“Not from yourselves…” Paul wanted us to be clear on this point. Romans 11:6: “And if by grace, then it cannot be based on works; if it were, grace would no longer be grace.” As an “act of Grace,” a Gift received only by standing in God’s Favor, righteousness or salvation cannot be achieved through works, “from yourselves,” otherwise “Christ would have died for nothing.” As we talked about in Faith Is, we find “Favor in the eyes of God” through Faith, which we defined as acts of belief in God’s Truth. God’s gifts cannot be taken by works nor can they be coerced by mere words of belief. The position of being in God’s Favor is gained by acting in belief of God’s Truth, and, from that place of Favor, God’s Gifts are given or accessed. As 2 Corinthians 6:2 puts it: “For He says: ‘In the time of favor I heard you, and in the day of salvation I helped you.’ Behold, now is the time of favor; now is the day of salvation!”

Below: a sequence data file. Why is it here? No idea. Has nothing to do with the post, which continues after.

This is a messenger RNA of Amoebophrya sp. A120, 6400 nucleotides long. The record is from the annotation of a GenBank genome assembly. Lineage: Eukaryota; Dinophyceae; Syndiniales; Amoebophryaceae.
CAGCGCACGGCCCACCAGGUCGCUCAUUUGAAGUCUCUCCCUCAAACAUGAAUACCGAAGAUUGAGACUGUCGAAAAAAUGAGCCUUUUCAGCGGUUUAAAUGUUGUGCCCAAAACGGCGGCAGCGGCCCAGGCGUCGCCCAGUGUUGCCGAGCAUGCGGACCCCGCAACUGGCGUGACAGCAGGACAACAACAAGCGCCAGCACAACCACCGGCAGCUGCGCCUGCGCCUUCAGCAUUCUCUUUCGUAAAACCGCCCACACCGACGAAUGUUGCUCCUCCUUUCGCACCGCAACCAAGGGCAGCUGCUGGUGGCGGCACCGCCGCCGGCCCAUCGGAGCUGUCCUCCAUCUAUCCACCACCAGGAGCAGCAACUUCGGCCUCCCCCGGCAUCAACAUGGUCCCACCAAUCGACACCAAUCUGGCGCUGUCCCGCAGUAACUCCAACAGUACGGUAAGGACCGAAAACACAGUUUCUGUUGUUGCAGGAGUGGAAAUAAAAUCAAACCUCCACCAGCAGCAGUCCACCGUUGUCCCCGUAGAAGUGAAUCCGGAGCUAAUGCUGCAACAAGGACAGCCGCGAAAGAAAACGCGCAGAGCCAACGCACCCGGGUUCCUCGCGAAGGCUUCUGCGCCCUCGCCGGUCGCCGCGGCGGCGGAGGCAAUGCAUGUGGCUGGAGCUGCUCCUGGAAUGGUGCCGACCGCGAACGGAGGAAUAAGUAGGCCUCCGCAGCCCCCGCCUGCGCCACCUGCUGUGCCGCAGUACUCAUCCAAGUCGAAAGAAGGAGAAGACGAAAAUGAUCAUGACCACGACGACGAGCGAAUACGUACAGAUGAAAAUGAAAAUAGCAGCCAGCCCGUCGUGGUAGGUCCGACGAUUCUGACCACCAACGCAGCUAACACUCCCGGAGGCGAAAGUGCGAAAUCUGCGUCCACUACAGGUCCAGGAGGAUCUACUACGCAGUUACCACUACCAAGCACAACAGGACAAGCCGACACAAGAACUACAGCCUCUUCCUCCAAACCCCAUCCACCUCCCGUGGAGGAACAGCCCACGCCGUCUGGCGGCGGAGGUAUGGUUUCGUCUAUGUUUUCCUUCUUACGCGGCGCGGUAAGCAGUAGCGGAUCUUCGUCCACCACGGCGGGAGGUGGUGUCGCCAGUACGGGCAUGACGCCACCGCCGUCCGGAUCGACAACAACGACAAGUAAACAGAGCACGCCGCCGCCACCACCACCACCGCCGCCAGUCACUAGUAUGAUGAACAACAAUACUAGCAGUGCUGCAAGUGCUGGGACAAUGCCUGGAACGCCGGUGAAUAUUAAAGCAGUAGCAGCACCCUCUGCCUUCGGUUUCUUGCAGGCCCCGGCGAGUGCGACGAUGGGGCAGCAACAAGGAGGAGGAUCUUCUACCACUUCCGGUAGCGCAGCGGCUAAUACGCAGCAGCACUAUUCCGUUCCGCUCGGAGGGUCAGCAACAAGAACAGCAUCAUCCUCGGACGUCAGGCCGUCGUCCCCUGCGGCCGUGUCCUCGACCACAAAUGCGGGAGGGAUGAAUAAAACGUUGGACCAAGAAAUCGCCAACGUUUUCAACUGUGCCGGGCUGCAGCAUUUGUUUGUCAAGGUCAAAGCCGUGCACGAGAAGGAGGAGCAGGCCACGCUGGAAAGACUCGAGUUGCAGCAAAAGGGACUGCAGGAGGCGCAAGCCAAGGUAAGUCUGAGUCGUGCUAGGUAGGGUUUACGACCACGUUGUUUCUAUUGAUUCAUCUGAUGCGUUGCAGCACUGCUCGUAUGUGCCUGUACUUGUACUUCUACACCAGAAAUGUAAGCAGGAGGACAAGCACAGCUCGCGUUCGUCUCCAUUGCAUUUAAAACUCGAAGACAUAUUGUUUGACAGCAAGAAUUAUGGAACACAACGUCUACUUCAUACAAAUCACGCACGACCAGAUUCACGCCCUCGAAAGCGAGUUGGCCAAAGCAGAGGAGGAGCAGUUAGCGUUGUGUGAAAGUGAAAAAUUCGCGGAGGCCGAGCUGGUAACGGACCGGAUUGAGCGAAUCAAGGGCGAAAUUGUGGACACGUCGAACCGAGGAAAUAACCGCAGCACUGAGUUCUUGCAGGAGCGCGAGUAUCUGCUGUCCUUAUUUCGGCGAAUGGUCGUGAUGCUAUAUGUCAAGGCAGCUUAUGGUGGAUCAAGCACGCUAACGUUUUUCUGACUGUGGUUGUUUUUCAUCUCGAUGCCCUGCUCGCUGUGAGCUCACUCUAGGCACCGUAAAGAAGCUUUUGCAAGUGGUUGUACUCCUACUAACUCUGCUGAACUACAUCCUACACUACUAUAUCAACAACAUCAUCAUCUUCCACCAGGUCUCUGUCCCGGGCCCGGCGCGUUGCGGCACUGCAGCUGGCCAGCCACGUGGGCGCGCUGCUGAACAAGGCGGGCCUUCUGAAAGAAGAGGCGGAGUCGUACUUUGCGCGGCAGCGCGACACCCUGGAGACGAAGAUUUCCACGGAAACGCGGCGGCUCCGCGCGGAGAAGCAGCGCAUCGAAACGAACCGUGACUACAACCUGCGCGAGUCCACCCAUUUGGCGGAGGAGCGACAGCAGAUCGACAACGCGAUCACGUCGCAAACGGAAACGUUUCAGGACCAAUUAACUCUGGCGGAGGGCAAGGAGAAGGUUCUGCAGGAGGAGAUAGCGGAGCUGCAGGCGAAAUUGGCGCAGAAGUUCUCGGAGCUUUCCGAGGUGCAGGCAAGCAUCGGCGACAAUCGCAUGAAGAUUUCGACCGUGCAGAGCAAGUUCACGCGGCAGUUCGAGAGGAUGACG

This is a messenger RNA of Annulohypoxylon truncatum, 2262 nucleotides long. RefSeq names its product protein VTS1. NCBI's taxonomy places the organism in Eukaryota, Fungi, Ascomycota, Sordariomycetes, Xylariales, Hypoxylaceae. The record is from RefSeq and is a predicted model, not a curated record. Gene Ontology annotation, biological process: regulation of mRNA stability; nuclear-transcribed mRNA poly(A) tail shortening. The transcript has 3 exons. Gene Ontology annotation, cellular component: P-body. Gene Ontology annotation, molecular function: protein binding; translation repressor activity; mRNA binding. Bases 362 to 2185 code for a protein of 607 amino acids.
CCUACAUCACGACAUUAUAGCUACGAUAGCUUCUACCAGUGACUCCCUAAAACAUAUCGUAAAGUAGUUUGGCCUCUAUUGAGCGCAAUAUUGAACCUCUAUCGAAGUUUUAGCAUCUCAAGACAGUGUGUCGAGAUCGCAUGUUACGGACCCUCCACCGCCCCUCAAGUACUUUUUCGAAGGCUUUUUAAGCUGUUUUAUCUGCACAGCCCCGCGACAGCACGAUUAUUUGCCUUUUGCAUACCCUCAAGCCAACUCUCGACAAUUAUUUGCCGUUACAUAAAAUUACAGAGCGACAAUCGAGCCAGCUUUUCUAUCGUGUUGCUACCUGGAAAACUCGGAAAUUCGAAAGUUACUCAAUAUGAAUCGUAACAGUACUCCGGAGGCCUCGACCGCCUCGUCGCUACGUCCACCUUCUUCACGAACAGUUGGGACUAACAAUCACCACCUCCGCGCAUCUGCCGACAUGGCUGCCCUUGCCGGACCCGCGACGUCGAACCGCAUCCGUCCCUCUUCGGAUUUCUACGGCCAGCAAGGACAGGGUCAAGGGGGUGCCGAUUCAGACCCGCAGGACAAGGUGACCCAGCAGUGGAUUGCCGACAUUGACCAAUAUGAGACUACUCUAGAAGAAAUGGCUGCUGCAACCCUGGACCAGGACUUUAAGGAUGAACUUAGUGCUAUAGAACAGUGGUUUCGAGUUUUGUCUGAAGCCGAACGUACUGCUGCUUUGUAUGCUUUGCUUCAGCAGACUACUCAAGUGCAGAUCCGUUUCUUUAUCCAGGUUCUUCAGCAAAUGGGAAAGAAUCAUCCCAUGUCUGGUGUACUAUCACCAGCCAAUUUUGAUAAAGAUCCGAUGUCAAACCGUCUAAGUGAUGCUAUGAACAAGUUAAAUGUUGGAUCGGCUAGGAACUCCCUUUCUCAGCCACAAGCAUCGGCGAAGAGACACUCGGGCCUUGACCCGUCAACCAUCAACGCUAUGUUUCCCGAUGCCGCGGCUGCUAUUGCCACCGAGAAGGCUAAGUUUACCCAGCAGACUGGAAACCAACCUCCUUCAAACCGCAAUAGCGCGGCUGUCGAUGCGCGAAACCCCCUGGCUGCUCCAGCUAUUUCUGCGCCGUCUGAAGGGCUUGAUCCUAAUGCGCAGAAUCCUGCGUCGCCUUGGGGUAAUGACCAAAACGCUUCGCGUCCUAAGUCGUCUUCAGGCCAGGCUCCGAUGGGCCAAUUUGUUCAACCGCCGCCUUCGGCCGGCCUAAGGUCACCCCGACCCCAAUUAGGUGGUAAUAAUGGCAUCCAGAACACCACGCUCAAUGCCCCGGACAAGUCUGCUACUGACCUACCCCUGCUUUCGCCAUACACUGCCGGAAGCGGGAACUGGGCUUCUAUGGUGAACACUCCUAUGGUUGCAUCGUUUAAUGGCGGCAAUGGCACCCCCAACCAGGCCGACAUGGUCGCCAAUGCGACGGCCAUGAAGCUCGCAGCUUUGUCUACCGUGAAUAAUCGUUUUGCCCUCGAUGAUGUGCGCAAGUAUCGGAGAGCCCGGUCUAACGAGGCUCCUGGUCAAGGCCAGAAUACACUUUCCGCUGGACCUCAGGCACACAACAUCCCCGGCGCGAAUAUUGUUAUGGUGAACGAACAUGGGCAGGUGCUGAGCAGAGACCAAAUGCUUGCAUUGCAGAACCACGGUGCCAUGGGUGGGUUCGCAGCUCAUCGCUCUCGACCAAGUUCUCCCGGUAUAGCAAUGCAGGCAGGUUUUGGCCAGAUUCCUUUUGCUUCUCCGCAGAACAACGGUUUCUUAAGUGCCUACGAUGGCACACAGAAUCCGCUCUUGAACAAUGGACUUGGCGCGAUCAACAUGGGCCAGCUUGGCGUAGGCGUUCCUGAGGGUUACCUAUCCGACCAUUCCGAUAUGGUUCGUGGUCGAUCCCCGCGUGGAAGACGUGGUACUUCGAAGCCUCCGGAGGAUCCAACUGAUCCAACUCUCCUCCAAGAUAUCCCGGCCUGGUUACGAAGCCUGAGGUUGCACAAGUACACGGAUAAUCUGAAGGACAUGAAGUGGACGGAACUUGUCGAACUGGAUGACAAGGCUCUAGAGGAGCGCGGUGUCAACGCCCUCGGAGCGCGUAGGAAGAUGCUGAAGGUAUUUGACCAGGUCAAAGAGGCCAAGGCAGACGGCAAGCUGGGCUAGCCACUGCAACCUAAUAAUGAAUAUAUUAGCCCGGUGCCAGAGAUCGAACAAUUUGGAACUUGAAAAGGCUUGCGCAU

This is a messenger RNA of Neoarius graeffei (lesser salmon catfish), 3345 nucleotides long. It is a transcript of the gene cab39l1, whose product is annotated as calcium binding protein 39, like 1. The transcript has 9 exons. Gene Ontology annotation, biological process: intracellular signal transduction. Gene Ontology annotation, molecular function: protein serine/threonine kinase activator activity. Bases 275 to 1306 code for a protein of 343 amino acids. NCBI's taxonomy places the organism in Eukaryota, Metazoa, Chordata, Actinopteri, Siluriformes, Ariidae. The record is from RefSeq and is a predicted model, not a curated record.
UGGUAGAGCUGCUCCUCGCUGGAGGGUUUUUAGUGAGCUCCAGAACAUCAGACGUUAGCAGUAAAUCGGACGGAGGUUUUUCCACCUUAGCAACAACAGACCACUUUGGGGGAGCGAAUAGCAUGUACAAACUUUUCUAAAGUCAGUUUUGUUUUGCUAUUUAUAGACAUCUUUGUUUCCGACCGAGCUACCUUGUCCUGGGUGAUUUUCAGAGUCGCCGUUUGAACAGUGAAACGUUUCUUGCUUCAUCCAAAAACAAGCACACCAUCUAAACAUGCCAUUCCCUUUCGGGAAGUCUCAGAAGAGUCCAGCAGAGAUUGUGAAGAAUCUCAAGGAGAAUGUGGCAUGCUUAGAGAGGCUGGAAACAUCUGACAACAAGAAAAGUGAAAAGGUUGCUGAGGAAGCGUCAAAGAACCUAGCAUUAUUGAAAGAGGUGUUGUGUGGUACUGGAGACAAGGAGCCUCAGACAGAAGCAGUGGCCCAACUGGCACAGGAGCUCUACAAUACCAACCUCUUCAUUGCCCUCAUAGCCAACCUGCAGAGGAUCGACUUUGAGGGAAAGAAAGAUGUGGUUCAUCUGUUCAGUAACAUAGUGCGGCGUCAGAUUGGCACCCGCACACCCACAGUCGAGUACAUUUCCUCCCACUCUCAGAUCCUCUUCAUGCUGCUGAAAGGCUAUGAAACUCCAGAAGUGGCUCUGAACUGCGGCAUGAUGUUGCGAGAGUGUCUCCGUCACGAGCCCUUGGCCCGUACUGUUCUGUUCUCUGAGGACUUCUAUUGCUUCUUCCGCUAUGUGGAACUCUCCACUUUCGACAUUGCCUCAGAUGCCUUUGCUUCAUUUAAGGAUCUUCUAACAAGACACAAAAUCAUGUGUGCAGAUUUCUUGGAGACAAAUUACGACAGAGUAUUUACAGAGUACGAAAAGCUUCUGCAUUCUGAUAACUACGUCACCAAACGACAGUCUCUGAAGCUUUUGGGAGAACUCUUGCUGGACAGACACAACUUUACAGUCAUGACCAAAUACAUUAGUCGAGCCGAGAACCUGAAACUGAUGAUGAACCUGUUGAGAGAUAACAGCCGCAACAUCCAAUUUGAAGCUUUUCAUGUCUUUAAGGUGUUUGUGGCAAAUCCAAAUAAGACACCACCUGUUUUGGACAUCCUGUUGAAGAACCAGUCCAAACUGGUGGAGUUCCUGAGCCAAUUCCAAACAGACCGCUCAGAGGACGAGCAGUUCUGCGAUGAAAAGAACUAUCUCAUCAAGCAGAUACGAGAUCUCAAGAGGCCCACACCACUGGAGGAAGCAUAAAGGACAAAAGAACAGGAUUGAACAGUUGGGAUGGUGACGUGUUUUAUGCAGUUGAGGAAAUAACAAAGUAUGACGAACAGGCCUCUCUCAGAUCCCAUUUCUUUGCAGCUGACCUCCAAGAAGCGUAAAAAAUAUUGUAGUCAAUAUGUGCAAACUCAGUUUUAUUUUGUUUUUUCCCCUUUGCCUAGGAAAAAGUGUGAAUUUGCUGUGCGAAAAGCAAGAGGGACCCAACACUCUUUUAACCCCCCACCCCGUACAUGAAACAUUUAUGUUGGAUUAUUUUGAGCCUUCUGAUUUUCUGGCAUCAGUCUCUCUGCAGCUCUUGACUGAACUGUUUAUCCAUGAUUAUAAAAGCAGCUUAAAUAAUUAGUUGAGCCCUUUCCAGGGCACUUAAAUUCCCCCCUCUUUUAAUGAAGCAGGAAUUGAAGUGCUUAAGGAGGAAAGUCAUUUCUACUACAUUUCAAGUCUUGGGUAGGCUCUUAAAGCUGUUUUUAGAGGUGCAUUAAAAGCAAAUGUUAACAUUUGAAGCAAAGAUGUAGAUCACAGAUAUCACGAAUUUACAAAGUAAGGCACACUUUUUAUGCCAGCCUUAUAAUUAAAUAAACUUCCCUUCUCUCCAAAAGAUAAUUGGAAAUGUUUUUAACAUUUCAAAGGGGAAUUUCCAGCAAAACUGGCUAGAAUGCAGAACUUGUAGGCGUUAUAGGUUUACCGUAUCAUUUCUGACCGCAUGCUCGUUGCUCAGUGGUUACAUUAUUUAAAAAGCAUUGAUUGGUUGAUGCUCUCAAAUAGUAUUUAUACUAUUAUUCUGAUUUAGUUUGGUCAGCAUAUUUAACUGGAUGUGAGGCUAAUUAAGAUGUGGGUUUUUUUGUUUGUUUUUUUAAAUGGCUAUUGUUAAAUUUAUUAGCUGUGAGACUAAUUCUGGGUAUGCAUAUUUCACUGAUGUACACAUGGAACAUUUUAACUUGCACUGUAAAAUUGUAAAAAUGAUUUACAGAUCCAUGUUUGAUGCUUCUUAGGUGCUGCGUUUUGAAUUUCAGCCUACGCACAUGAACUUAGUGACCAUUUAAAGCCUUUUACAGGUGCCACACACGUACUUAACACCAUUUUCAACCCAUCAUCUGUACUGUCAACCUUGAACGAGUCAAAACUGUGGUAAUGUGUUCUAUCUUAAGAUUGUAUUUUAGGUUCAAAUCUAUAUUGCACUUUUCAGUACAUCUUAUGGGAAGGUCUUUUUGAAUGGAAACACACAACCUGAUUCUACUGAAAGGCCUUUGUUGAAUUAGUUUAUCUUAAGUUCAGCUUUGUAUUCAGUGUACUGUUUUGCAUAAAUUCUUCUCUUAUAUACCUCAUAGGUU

The third crucial point was “Access” to God’s Grace (gifts from God), but what are these gifts of God’s favor? Romans 16:20 says: “The God of peace will soon crush Satan under your feet. The grace of our Lord Jesus be with you.” What does it say? God will crush Satan under your feet! The power of the Gift of Jesus be with you! When in God’s Favor, Satan has already been defeated; he has no power. You have been given access to God’s Power through the Gift of God’s Favor, Jesus Christ. This is what we referred to in Faith is, Hebrews 13:6: “The Lord is my helper; I will not be afraid. What can man do to me?” Paul spells it all out in 2 Corinthians 6:1-10: “1 As God’s fellow workers, we urge you not to receive God’s grace in vain. 2 For He says: ‘In the time of favor I heard you, and in the day of salvation I helped you.’ Behold, now is the time of favor; now is the day of salvation! 3 We put no obstacle in anyone’s way, so that no one can discredit our ministry. 4 Rather, as servants of God we commend ourselves in every way: in great endurance; in troubles, hardships, and calamities; 5 in beatings, imprisonments, and riots; in labor, sleepless nights, and hunger; 6 in purity, knowledge, patience, and kindness; in the Holy Spirit and in sincere love; 7 in truthful speech and in the power of God; with the weapons of righteousness in the right hand and in the left; 8 through glory and dishonor, slander and praise; viewed as imposters, yet genuine; 9 as unknown, yet well-known; dying, and yet we live on; punished, yet not killed; 10 sorrowful, yet always rejoicing; poor, yet making many rich; having nothing, and yet possessing everything.” A little more clarity? In 2 Corinthians 12:9 God said to Paul: “My grace is sufficient for you, for My power is perfected in weakness.” When Paul heard this he said: “I will boast all the more gladly in my weaknesses, so that the power of Christ may rest on me.” Sufficient as in barely enough? No! Webster’s 1828 defines sufficient as: “equal to the end proposed; adequate to wants.” In other words, “The Lord is my helper; I will not be afraid. What can man do to me?” No matter what the need, equal to that need. The need can never be greater than the power that comes from the gift of God’s favor. This is why Paul’s response was to celebrate his weakness. No matter how weak he was in himself, through access to the power of Christ nothing he had or faced was more powerful. He realized what Solomon had written centuries before: “everything is meaningless” except God. Notice that Paul cites good and bad “…glory and dishonor, slander and praise…” God is all that matters and is all powerful; by His Grace we are given access to that power. “The God of peace will soon crush Satan under your feet. The grace of our Lord Jesus be with you.” If you are in God’s favor, what could make you afraid? The only thing we have to fear is not being “in God’s favor,” so, I have a question for you: Who really had the Power, the thug or “The Man From Chad”?